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This article explains how gutters are attached to or supported on buildings, describing different sorts of gutter hangers and their pros and cons. We also discuss the recommended sized or capacity of roof gutters as a function of the size of roof area being drained. This article series discusses how to choose, install, diagnose & maintain roof gutters & downspouts, & roof drainage systems to prevent building leaks and water entry.
How Are Gutters Attached to the Building? Types of Gutter Hangers
Gutters won't survive the occasional extra weight of water, wet leaves, ice or snow that weigh down gutters when they have not been kept cleaned. But you can increase the durability of the building's roof gutter system by using enough connections to fasten the gutters to the structure so that those occasional extra stresses can be endured.
The sketch at left informs us that
Roof gutters should slope at least 1-inch in every 200 inches of run
Roof gutters should be secured to the building every 2-3 feet.
Four-inch gutters are good for relatively small roof
areas; however, five-inch gutters are preferred because of their additional capacity. Five-inch
gutters are also less likely to allow water to overshoot the gutters when the water is draining
off a steeply pitched roof.
While "rules of thumb" for both gutter size and number of downspouts needed often are based simply on the length of roof edge that is being drained, this approach is flawed in that it fails to consider the total roof area that is being drained.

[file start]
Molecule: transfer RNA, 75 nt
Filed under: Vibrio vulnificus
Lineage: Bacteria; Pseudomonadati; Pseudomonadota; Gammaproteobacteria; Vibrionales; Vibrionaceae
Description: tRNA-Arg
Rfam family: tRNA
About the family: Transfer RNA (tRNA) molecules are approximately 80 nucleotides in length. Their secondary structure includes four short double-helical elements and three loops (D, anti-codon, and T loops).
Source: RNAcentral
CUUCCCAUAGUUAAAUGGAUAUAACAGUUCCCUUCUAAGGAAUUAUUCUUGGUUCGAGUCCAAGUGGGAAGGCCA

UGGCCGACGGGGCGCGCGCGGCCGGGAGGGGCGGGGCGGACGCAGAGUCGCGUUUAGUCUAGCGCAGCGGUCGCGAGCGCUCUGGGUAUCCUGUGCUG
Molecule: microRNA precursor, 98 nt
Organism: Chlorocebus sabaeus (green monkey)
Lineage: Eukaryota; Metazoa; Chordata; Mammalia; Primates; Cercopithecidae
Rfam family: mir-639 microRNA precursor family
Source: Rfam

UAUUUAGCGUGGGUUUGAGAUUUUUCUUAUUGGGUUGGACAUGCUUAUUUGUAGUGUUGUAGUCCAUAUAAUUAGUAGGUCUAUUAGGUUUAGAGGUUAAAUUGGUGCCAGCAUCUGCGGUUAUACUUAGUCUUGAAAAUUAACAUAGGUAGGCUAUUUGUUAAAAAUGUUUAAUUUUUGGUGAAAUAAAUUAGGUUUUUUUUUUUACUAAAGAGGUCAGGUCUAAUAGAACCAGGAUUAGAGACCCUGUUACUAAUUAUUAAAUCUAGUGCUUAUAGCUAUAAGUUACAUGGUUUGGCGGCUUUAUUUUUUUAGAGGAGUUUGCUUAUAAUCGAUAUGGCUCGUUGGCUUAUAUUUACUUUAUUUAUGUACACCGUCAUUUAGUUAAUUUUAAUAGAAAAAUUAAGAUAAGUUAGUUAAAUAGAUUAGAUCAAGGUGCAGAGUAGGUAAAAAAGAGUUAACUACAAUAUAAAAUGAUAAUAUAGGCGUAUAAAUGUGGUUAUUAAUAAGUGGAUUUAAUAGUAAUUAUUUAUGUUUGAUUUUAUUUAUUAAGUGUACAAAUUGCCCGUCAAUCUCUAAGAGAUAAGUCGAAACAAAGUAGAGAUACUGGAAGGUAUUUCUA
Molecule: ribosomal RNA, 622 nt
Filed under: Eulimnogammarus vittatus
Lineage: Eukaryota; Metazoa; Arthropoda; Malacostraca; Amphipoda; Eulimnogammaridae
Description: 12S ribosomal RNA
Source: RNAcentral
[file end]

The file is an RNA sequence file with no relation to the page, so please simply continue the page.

A roof that is very small in total area, even if very long, may get along just fine with a smaller 4-inch gutter, while a much larger roof area with the same length of roof eaves needs a 5-inch gutter or larger.
Also, as our (photographs below illustrate) odd roof shapes or complex multiple roof designs may end up sending a large volume of water from multiple surfaces into a relatively short gutter length that cannot possibly handle that volume. The result will be spillage by the building foundation and a high risk of a wet basement.
Some homeowners install larger gutters and leaders not because of difficulty handling the volume of water being drained, but because they believe that they'll have to clean the gutters less often. Nevertheless, it doesn't take a much larger handful of leaves or debris to clog a large downspout than a smaller one.
Before Installing a Larger Gutter System: Things to Check if Your Gutters are Overflowing
Double check that the overflow is not gutter back-flow due to a gutter or roof drip edge installation error
Check that the gutters are not loose and pulled away from the roof edge
Check that water is not "overshooting" the gutter, especially at or below roof valleys
Check that the gutters slope properly towards downspout drains
In sum, if the area of roof being drained is larger than usual and there are no defects in the gutter or downspout system, then if gutters still overflow during heavy rainfall you may need to install a larger gutter system.
Also see DRIP LINES INDICATE OVERFLOW This article describes ground-level visual clues that tell the story of the history and location of gutter overflows at a building.
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